West Virginia Gov. Joe Manchin has tapped his former chief counsel, a fellow Democrat, to fill the U.S. Senate seat left vacant by Robert C. Byrd, who died last month.
The appointment of Carte Goodwin, who will occupy the seat until an expected special election in November, will have an immediate impact for Democrats. After he is sworn in next Tuesday, Goodwin "will make the 60th vote … we will take up and pass unemployment compensation,” said the state's other senator, Jay Rockefeller. A measure to extend unemployment benefits failed by one vote on June 30.
Goodwin, a lawyer based in Charleston, W.V., was the youngest of the candidates Manchin reportedly considered. He worked for the governor from 2005 to 2009, notably on legislation to improve coal-mine safety.
Now 36, Goodwin becomes the Senate’s youngest member, as well as the 59th Democratic vote. He vowed to consider legislation independently, but did say he opposes the sort of cap-and-trade rules to regulate carbon emissions that have already passed in the House and are under consideration in the Senate. “I will not support any legislation that threatens any West Virginia jobs,” Goodwin said at an afternoon press conference.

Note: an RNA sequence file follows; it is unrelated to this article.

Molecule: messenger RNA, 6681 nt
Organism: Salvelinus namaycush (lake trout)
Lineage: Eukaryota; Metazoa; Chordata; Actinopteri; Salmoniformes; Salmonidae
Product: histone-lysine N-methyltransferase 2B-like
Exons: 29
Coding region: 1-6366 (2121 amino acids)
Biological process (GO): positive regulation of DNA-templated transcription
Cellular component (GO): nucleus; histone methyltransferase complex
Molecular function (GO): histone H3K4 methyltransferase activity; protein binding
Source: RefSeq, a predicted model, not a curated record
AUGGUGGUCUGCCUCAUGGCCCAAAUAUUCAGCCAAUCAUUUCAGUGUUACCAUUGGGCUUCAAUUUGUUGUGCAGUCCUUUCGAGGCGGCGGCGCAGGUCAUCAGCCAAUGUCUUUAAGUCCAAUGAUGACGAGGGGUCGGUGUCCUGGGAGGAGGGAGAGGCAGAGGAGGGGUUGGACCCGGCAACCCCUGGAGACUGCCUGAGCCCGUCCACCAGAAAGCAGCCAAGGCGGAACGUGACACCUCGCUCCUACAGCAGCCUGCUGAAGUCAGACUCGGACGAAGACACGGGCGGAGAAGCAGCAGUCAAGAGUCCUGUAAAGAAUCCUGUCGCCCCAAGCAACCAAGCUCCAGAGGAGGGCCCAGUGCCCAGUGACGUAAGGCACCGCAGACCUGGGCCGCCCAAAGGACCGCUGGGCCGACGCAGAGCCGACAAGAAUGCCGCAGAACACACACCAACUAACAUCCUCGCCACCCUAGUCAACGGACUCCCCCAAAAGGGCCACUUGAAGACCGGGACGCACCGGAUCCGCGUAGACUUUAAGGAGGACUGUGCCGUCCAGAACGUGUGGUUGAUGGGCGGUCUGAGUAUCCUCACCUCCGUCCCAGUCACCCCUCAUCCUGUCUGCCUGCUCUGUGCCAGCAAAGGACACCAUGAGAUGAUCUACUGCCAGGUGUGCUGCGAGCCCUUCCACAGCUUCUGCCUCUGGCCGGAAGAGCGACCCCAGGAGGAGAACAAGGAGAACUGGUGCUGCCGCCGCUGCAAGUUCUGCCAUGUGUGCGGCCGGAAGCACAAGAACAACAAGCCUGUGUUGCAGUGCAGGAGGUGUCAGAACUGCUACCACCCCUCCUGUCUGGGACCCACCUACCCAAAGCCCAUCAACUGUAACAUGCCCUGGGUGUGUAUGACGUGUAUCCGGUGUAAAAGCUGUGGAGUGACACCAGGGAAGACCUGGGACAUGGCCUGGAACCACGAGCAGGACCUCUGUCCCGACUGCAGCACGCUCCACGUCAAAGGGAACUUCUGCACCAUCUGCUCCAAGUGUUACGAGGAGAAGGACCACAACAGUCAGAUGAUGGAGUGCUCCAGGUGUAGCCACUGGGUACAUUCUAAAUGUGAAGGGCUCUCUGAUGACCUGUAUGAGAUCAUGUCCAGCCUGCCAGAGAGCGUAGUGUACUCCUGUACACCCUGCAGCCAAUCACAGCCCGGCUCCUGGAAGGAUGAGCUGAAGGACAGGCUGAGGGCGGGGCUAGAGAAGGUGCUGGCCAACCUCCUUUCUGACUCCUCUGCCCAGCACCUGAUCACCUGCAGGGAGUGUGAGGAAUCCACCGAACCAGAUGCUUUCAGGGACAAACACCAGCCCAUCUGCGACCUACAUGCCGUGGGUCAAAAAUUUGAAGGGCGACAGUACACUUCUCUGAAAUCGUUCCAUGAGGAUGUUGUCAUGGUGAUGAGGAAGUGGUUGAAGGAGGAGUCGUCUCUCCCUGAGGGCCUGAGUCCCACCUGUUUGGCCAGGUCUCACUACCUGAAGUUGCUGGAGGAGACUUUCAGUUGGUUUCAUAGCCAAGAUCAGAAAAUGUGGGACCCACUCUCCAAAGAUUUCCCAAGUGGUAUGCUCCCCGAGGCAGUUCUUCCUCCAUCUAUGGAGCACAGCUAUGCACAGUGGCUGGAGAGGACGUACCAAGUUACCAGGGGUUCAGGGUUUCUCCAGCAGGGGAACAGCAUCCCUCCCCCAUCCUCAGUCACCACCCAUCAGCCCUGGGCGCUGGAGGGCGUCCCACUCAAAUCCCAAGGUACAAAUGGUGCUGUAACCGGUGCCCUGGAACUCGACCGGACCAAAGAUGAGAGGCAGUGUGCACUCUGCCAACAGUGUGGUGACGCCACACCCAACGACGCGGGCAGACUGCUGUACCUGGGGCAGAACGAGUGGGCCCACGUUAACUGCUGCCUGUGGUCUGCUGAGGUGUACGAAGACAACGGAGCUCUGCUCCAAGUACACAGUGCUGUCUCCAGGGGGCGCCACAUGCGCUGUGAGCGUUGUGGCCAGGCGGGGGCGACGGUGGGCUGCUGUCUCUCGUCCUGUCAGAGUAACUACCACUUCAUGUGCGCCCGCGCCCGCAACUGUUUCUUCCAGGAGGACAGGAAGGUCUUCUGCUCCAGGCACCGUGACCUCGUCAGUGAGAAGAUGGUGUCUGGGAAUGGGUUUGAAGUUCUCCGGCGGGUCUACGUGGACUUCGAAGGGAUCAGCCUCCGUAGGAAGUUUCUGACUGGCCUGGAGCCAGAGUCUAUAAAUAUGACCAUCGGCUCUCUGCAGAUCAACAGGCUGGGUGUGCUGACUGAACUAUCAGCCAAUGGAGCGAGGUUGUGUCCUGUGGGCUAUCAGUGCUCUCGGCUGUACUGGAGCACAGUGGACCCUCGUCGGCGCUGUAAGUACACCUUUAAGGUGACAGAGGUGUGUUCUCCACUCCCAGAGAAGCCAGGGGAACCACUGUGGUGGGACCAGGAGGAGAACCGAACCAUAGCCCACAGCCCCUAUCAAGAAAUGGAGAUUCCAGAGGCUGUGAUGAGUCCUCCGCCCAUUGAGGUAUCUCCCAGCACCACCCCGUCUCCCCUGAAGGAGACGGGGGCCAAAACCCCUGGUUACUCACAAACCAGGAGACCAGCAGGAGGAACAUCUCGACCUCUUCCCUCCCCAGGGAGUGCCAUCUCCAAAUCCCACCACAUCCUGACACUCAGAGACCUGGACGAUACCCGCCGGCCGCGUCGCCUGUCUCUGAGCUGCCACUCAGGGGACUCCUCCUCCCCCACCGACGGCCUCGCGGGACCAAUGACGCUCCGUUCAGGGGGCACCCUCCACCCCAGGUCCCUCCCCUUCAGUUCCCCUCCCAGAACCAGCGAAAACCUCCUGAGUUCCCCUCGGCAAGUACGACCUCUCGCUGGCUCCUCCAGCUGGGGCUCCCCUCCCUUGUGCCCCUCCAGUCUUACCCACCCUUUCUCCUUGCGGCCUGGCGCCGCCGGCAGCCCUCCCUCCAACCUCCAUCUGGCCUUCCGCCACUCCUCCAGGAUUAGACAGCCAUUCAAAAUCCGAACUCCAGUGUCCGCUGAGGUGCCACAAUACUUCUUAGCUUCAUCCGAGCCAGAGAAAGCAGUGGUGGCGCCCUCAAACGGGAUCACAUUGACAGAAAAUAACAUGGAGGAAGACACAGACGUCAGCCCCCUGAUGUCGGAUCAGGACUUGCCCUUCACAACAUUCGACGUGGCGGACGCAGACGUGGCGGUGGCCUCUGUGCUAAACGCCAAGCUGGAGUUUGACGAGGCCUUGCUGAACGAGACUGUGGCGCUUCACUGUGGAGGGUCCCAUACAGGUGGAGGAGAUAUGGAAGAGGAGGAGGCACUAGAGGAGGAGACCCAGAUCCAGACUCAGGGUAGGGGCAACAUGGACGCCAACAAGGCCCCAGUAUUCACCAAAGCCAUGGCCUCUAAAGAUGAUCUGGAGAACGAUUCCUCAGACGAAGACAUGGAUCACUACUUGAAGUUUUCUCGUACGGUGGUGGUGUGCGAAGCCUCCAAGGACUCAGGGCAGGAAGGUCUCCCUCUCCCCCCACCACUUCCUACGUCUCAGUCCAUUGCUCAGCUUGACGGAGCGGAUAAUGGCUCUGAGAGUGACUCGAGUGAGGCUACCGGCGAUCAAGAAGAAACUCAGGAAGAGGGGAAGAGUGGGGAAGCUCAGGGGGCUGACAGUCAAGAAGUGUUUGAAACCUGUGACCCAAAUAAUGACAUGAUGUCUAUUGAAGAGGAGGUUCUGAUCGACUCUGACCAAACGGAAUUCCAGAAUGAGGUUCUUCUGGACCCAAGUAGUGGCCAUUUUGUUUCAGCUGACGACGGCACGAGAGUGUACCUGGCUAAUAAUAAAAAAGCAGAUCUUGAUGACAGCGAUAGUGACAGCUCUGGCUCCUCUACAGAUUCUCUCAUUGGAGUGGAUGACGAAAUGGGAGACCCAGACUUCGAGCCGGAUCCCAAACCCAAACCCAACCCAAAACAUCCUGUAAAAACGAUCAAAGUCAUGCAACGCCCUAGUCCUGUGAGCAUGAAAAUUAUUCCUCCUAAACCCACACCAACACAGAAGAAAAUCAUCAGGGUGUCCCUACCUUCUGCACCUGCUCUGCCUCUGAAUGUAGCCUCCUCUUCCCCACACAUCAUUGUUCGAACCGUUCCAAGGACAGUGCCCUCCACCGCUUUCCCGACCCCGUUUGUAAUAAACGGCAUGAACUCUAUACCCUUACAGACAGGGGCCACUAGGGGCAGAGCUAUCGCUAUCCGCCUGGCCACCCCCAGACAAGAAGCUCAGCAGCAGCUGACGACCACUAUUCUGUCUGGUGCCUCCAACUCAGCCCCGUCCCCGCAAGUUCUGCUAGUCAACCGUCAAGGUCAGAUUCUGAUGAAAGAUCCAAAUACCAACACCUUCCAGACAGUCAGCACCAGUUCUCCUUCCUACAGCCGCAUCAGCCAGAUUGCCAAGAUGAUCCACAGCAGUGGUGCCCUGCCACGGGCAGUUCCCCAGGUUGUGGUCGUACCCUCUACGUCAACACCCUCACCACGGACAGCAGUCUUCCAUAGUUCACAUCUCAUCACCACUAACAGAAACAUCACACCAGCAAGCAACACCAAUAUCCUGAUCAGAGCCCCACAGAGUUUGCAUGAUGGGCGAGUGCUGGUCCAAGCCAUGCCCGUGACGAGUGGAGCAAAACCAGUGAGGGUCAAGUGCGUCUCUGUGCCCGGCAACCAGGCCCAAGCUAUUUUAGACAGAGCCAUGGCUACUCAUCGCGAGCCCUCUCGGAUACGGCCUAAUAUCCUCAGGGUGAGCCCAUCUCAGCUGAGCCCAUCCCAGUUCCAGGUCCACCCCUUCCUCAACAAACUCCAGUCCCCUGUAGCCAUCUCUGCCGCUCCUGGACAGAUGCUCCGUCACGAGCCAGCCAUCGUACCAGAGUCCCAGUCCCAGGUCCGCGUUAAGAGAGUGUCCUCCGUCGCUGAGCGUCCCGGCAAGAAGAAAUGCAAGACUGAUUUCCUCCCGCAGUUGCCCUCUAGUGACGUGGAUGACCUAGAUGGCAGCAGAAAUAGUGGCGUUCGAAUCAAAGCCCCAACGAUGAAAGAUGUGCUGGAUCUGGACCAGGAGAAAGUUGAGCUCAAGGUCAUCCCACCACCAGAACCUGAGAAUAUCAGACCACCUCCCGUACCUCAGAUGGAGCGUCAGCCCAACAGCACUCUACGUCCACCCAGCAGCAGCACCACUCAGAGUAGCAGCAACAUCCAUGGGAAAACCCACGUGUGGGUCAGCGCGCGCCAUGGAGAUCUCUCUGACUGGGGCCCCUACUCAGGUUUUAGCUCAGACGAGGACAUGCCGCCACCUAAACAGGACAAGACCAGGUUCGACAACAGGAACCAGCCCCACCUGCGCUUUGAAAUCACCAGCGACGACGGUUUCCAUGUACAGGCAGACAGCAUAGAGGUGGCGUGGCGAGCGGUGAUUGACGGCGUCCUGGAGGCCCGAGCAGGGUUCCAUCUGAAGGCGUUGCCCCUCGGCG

The announcement only temporarily addresses the future of the state’s Senate delegation, in an election year in which Democrats face a tough task of retaining their majorities in Congress. West Virginia's state legislature is mulling a change to state law that would call a special election in November to choose Byrd’s permanent successor.
In picking a former aide, Manchin likely had his own political ambitions in mind. The governor has said he will probably run for Senate in November. Goodwin, asked minutes after Manchin’s announcement whether he would seek to keep the seat for more than a few months, answered flatly, “No.”